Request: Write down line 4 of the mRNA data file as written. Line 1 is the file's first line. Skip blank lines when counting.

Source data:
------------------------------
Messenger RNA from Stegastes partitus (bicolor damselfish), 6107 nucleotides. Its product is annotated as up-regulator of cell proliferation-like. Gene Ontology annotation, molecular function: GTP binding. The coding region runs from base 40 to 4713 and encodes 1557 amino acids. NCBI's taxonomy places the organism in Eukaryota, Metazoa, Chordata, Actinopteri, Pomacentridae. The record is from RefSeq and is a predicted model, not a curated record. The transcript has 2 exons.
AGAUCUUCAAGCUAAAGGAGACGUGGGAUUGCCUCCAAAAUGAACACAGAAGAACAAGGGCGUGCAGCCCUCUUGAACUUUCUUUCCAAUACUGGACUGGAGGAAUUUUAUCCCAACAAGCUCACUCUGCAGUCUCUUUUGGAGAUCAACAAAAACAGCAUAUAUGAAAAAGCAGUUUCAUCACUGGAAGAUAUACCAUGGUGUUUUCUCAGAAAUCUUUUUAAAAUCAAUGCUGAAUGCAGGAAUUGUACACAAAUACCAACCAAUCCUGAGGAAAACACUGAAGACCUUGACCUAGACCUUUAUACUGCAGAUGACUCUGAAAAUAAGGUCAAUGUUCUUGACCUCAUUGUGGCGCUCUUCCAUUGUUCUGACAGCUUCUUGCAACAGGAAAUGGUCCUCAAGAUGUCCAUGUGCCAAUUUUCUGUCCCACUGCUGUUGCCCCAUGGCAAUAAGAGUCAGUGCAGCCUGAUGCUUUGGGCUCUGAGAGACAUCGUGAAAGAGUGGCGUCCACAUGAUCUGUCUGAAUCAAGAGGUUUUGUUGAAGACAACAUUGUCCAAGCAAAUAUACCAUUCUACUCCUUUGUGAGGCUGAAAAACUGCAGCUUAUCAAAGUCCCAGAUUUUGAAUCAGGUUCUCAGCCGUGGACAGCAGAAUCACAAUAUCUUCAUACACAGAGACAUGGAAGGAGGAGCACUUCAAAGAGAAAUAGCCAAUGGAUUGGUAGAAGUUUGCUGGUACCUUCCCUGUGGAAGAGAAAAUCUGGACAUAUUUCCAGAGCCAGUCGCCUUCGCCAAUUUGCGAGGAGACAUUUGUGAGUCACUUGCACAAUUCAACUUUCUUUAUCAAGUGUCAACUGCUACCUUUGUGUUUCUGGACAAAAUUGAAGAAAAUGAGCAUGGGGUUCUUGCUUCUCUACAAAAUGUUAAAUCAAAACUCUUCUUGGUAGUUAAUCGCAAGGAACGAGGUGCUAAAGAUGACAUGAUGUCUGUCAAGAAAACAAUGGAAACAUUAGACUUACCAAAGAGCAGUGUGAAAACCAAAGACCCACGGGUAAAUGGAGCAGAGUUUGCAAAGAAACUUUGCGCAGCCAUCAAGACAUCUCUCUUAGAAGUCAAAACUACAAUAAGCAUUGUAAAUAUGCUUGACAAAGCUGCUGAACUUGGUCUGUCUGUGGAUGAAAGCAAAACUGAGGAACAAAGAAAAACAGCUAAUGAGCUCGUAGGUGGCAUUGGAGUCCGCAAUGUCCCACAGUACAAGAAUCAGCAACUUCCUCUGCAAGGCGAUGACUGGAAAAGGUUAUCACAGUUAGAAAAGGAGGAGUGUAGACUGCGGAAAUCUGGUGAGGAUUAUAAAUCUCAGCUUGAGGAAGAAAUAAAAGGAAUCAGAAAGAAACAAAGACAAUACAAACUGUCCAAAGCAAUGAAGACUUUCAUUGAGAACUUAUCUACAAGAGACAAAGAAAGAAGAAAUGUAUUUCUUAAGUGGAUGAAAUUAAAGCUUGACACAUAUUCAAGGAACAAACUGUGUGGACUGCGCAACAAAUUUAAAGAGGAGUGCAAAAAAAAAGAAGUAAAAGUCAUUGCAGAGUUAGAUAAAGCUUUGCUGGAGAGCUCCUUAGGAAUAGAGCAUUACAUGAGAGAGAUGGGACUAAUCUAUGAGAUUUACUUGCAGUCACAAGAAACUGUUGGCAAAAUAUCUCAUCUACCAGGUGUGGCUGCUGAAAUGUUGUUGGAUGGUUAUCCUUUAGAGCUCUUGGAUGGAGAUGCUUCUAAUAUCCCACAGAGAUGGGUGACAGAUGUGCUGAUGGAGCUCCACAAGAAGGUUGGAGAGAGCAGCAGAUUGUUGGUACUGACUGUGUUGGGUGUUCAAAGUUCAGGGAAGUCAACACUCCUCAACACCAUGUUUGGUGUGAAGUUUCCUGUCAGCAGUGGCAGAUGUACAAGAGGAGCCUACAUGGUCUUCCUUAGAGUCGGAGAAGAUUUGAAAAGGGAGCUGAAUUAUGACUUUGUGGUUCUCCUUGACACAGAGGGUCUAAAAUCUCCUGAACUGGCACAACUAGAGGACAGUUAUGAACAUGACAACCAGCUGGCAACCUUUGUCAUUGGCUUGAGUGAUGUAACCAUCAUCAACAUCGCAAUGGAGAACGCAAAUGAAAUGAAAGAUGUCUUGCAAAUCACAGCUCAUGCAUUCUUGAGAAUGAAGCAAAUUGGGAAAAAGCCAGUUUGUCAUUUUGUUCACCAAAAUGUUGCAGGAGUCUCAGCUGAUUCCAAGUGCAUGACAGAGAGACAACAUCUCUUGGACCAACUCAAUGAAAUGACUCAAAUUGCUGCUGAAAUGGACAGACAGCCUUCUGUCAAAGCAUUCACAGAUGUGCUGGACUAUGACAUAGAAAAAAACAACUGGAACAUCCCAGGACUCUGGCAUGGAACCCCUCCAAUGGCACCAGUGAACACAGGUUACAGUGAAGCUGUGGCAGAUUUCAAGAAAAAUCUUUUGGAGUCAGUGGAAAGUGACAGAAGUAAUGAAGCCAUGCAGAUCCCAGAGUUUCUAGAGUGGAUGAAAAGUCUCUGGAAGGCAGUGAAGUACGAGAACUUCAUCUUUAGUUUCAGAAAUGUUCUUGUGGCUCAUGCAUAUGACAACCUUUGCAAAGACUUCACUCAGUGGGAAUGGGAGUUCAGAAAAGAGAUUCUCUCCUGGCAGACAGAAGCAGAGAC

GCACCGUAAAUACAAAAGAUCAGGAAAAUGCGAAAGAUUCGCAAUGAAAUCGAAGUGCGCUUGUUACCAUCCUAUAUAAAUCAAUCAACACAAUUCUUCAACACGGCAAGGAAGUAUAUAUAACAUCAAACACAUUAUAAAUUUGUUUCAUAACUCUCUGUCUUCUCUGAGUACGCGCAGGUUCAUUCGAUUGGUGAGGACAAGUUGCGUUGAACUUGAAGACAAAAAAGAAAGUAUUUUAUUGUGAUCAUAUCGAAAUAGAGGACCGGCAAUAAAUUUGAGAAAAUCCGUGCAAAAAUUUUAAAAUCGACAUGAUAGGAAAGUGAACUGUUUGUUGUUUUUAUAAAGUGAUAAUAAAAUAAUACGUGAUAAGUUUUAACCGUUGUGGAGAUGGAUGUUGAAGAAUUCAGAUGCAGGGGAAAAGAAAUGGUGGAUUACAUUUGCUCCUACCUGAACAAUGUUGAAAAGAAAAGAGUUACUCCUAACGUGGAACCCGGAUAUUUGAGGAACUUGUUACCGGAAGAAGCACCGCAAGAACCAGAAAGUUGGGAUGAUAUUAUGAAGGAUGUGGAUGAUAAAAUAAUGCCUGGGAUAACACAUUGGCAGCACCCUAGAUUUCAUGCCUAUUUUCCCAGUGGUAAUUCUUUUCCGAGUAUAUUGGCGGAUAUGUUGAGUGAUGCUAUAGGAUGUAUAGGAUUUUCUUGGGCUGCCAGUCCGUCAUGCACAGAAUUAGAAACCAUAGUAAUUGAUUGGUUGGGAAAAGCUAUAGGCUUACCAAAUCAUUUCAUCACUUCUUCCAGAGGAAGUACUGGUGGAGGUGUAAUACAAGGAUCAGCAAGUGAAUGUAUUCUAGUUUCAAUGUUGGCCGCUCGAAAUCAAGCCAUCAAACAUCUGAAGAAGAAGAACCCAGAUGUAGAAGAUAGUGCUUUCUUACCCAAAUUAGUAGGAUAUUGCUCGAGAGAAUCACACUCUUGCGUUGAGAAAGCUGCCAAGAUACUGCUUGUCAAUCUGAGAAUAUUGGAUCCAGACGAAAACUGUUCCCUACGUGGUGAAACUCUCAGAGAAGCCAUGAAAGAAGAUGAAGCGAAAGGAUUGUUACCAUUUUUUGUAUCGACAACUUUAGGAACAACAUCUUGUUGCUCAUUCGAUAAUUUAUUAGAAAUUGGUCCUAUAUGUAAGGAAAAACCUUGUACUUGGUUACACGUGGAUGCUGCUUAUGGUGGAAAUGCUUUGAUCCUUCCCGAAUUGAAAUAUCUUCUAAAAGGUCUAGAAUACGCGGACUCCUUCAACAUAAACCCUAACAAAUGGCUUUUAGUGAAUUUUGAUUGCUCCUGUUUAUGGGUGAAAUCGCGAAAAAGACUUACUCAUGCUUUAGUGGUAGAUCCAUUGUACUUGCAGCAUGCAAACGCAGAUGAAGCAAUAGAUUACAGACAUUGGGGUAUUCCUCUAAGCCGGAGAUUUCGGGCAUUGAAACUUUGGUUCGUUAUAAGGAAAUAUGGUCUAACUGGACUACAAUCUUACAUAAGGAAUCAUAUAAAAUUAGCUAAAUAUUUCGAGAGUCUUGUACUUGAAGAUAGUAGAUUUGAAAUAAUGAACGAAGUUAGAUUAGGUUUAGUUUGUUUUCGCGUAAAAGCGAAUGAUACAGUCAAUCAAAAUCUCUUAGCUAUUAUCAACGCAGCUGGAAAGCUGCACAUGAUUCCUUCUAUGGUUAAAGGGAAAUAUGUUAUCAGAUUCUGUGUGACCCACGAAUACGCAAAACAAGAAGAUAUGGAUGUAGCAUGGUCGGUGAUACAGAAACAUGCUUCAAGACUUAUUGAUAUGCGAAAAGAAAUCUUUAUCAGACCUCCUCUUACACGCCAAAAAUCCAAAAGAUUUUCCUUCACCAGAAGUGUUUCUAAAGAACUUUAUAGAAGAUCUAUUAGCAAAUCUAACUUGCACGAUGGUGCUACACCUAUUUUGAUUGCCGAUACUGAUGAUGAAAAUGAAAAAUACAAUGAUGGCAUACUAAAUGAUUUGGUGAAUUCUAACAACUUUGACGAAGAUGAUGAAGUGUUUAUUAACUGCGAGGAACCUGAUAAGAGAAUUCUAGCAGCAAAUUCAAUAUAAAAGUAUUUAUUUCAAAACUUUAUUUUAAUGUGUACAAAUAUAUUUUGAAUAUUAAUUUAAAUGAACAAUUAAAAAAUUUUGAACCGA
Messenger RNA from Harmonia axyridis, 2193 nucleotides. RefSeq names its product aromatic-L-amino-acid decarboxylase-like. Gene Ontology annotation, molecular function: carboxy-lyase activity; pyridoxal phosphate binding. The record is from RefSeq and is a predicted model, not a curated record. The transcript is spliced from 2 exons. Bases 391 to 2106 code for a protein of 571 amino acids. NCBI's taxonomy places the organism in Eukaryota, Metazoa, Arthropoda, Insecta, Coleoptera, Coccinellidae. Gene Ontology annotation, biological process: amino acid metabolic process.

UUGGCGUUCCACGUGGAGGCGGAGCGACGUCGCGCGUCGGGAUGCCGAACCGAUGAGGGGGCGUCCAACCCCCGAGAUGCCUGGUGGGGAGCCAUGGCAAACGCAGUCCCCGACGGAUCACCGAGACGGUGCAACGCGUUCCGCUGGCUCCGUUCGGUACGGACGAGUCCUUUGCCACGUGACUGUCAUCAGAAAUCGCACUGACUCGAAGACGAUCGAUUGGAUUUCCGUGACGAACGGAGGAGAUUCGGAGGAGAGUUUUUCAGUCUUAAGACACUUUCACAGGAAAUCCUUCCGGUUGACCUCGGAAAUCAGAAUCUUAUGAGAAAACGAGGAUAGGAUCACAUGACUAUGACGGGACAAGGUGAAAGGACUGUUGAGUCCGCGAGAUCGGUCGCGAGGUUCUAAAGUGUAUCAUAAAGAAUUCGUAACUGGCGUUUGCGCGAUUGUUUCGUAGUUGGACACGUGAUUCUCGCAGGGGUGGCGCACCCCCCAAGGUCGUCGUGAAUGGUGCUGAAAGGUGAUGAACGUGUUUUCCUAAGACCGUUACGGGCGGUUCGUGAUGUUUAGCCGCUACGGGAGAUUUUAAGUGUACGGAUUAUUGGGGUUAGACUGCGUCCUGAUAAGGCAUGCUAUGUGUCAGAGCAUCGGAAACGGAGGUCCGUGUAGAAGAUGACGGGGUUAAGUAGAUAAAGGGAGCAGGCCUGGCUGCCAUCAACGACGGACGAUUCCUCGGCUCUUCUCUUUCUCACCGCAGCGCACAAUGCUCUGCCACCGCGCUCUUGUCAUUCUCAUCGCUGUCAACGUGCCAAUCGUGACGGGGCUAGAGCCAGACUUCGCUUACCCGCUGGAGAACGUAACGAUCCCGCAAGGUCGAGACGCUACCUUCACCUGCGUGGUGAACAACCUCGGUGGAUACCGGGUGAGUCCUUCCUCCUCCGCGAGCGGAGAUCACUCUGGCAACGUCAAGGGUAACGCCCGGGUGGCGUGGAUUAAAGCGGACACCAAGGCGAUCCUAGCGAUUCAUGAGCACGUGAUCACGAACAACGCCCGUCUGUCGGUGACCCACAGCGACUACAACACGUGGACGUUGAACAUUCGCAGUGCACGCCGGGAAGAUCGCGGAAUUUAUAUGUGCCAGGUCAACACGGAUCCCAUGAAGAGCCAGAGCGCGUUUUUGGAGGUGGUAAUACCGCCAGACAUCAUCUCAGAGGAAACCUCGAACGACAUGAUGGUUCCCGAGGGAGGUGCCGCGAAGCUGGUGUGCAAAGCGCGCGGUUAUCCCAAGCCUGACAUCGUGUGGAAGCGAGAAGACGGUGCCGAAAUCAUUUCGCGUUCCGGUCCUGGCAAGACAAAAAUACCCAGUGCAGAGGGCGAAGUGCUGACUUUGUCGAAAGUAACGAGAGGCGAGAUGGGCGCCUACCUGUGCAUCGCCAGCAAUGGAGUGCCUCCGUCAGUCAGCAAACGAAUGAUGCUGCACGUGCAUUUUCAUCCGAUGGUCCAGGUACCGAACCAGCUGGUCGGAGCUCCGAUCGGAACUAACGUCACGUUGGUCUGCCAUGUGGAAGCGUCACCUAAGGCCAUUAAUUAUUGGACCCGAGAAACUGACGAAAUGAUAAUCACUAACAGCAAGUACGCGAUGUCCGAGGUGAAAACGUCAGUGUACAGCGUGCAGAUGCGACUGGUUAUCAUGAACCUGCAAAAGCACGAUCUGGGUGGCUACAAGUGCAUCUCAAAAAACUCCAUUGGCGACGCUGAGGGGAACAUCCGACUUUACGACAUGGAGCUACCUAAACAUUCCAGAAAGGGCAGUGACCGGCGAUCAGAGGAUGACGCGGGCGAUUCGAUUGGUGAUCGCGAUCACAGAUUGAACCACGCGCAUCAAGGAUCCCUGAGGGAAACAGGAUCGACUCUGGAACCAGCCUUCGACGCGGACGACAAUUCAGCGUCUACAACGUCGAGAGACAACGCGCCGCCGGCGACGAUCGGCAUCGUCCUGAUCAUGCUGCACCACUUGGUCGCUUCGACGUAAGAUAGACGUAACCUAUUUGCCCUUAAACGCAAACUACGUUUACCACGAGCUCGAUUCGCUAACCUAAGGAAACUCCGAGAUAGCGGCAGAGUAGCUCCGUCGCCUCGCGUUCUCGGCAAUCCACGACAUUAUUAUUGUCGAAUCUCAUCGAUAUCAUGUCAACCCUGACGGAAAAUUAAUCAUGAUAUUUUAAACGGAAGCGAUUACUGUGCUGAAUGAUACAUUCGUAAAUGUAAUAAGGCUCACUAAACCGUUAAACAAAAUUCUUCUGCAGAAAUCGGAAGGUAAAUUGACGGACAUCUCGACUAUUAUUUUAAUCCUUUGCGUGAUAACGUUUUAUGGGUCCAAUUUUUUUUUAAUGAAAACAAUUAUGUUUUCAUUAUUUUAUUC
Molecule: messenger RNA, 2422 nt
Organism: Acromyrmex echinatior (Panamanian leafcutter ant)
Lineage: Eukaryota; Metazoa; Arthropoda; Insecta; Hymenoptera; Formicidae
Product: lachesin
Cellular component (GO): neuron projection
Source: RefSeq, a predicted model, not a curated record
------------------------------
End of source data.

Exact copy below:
Messenger RNA from Harmonia axyridis, 2193 nucleotides. RefSeq names its product aromatic-L-amino-acid decarboxylase-like. Gene Ontology annotation, molecular function: carboxy-lyase activity; pyridoxal phosphate binding. The record is from RefSeq and is a predicted model, not a curated record. The transcript is spliced from 2 exons. Bases 391 to 2106 code for a protein of 571 amino acids. NCBI's taxonomy places the organism in Eukaryota, Metazoa, Arthropoda, Insecta, Coleoptera, Coccinellidae. Gene Ontology annotation, biological process: amino acid metabolic process.